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Director's Log

Interim Director’s Log | May 2022

Sarah Langer Hall headshot

Talent First

This month has seen the unofficial launch of our newest program of work focused on growing the state’s workforce. With recent support from the U.S. Economic Development Administration, IEI will analyze and assess current workforce challenges and opportunities to enhance economic prosperity across the state. While several important efforts are underway to explore the workforce needs of businesses, IEI will examine the needs of the workers themselves, with a focus on underrepresented workers, to help round out the full picture of what is possible. The 2023 Emerging Issues Forum, Talent First Economics, will focus on how we can better connect these workers to jobs, engage and support them in the workplace, and provide opportunities to grow within their roles. We’ve been on the road this month engaging hundreds of key leaders in workforce discussions, including presentations to the NC Works Commission, the NC Association of Workforce Development Boards and local Chambers of Commerce, to name a few. 

IEI Interim Director Sarah Langer Hall reports to the NC Works Commission on plans for the 2023 Talent First Economics forum.

We’ve brought in some experts to help us better understand North Carolina’s workforce challenges and opportunities. Mike Walden, PhD, William Neal Reynolds Distinguished Professor Emeritus at NC State University and President of Walden Economic Consulting, LLC, has examined our workforce trends and their current and future impact on the state. We’re also excited to announce that THE Change Agent Philip Cooper will bring his experience, knowledge and passion to the program as IEI’s part-time Practitioner-In-Residence over the next year. We also have an advisory committee helping guide the direction of the work.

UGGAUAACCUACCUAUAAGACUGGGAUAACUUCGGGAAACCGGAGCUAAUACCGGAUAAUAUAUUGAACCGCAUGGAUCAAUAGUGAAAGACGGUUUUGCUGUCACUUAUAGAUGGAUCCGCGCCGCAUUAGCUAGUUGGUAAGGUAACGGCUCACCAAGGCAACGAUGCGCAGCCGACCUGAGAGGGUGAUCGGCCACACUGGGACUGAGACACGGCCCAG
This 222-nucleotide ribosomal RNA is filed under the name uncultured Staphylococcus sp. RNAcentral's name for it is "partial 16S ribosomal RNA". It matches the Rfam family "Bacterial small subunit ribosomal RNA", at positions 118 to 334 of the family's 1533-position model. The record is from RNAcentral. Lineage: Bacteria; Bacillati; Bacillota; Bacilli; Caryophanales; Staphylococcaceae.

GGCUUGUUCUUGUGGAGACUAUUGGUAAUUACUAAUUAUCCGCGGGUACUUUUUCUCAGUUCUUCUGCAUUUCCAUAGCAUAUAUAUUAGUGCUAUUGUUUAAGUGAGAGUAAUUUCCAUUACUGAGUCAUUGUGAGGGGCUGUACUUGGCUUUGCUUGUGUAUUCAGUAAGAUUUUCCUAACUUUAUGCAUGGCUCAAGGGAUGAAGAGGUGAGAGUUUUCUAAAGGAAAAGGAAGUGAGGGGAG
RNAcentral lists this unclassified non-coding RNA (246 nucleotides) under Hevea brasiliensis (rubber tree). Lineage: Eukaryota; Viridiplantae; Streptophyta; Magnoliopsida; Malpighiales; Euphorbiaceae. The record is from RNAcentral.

After reading Walden’s report, it’s clear that finding ways to grow the total number of workers in North Carolina is paramount. We need our homegrown talent to stay, we need more North Carolinians working, and we need to attract more workers from other states and countries. We must also consider how to move the surplus labor supply in some regions to those with shortfalls, without a mass exodus of workers in our rural communities. Broadband and strong partnerships can help with that. In fact, our BAND-NC program has been in Western North Carolina helping the Southwestern Commission and Foothills Regional Commission with developing county-level digital inclusion plans. We’re also connecting rural faith leaders to tangible ideas for how they can help bridge the digital divide. Our efforts across the state are being noticed—even the U.S. Secretary of Commerce wanted to come and see what NC is doing to increase digital equity!

Two women stand next to each other
BAND-NC Director Maggie Woods (left) and U.S. Department of Commerce Secretary Gina Raimondo (right)

This summer we’ll carry out important efforts to help North Carolina stake our claim as “First in Talent.” We’ll continue to engage with stakeholders across the state and present what we are learning. We’ll identify a cohort of five community teams interested in working more collaboratively on workforce and economic development opportunities over the next year. And we’ll convene a task force to identify a set of recommendations that will help us better connect, engage, and grow more underrepresented people in the workforce. We hope you will follow our journey. #TalentFirstNC